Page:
In 1997, Barbara Rumsey of the Boothbay Region Historical Society wrote a two-part article for the Boothbay Register in an attempt to debunk this popular story that was printed by Edward Rowe Snow’s in his 1945 work, Famous Lighthouses of New England. Though Rumsey’s logic is quite convincing, descendents of Jaruel and Catherine Marr claim that the story is true and that the name of the baby girl, later adopted by a doctor and his wife who were summer residents of the area, was Seaborn.
Merle Brugess, grandson of Wolcott Marr, gave the following account of his grandfather’s life at Hendricks Head.
The Lighthouse Keeper was responsible for all maintenance of buildings, grounds and equipment, as well as very frequent inspections of the lamp during the night and times of foul weather. My grandfather also found time to fish, lobster, dig for clams, garden and take summer visitors for boat rides around the nearby islands. In addition, in winter months he fashioned fine pieces of furniture, utensils, and tools... This was permissible as long as someone was on duty at the light. If needed, he could be summoned by my grandmother or uncles by ringing the bell, which could be heard for miles.Furniture making must have run in the family, as a cabinet fashioned by Jaruel Marr is on display at the Hendricks Hill Museum in Southport. Wolcott served as keeper at Hendricks Head until 1930 when he passed away at the age of 61 due to acute bleeding of stomach ulcers.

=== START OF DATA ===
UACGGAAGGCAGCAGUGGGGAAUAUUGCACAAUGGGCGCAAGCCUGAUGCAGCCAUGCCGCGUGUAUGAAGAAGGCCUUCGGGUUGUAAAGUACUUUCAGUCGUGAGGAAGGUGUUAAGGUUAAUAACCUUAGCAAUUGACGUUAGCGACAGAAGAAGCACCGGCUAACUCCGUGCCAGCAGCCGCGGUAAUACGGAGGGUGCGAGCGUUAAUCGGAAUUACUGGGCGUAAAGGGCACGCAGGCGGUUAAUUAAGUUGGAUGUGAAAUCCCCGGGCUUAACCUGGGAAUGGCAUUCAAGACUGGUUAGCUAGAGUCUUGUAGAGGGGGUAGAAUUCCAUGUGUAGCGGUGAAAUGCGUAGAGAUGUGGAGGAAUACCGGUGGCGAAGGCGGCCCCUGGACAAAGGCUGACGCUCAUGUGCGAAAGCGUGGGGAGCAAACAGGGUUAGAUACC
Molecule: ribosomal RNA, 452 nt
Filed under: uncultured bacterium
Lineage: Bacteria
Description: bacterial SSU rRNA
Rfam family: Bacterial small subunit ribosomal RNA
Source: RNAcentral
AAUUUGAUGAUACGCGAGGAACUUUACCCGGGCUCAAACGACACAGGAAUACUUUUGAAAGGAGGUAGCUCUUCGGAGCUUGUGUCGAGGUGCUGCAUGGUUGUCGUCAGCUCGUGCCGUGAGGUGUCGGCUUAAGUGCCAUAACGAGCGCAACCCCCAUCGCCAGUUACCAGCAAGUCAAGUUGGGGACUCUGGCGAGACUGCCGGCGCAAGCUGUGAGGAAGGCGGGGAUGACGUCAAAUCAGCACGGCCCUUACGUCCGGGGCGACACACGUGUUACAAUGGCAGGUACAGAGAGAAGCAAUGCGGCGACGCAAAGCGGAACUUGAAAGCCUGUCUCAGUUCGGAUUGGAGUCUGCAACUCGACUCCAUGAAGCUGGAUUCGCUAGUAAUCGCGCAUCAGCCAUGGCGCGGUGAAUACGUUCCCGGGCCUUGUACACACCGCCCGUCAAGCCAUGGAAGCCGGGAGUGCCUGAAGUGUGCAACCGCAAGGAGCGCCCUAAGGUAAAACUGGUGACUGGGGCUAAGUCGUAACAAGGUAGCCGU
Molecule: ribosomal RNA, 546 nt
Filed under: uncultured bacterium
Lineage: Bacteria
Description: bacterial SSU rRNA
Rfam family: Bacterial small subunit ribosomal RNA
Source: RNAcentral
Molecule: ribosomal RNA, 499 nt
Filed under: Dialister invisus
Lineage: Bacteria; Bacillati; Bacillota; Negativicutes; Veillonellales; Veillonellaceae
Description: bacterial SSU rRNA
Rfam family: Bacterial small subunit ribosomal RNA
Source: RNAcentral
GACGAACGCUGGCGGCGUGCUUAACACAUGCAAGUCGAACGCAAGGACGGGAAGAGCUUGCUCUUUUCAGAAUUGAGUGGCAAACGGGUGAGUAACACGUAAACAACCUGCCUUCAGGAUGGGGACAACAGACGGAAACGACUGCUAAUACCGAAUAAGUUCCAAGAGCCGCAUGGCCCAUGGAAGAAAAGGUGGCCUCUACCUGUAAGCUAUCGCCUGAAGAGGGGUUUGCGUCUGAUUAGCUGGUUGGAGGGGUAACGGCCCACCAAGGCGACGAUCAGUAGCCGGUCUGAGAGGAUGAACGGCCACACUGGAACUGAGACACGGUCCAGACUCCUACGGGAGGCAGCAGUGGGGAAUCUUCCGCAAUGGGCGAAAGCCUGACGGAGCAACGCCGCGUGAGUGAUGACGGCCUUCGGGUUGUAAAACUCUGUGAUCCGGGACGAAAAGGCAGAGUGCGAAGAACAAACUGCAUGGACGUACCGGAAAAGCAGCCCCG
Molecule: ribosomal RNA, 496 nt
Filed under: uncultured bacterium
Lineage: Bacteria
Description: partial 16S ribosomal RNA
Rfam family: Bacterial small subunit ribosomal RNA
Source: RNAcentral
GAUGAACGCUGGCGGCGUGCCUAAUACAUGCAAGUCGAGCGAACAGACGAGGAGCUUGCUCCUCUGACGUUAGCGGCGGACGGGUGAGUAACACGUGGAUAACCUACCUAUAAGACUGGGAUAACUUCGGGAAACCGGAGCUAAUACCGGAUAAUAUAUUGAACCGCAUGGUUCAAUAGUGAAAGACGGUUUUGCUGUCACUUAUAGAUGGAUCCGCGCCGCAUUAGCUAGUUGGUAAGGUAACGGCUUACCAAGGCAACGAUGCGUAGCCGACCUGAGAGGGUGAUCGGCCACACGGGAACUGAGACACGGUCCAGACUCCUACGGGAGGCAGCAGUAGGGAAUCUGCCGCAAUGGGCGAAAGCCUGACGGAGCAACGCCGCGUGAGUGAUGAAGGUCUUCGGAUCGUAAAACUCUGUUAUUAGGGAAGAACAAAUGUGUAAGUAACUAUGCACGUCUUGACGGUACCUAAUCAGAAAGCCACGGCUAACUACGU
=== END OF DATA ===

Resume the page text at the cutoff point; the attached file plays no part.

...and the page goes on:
Charles L. Knight was appointed keeper following the death of Wolcott Marr and served until the light was discontinued as a cost-savings measure in 1933. On a blustery night in 1932, Shep, a dog belonging to Charles’ son, caused quite a stir with its loud and persistent barking in the dwelling’s kitchen. When the dog was let out, it raced to the shoreline and continued its frantic barking. As nothing could be done to quiet the dog, Keeper Knight was convinced something was amiss offshore and decided to ring the fog bell as an alarm. Hearing the bell, the occupants of two nearby powerboats scanned the waters looking for anyone in distress. A couple adrift in a rowboat, having lost their oars, was soon located and rescued before they would have drifted out into the open sea. Recognizing the dog’s role in the rescue, the Anti-Vivisection Society of New York later awarded Shep a bronze medal.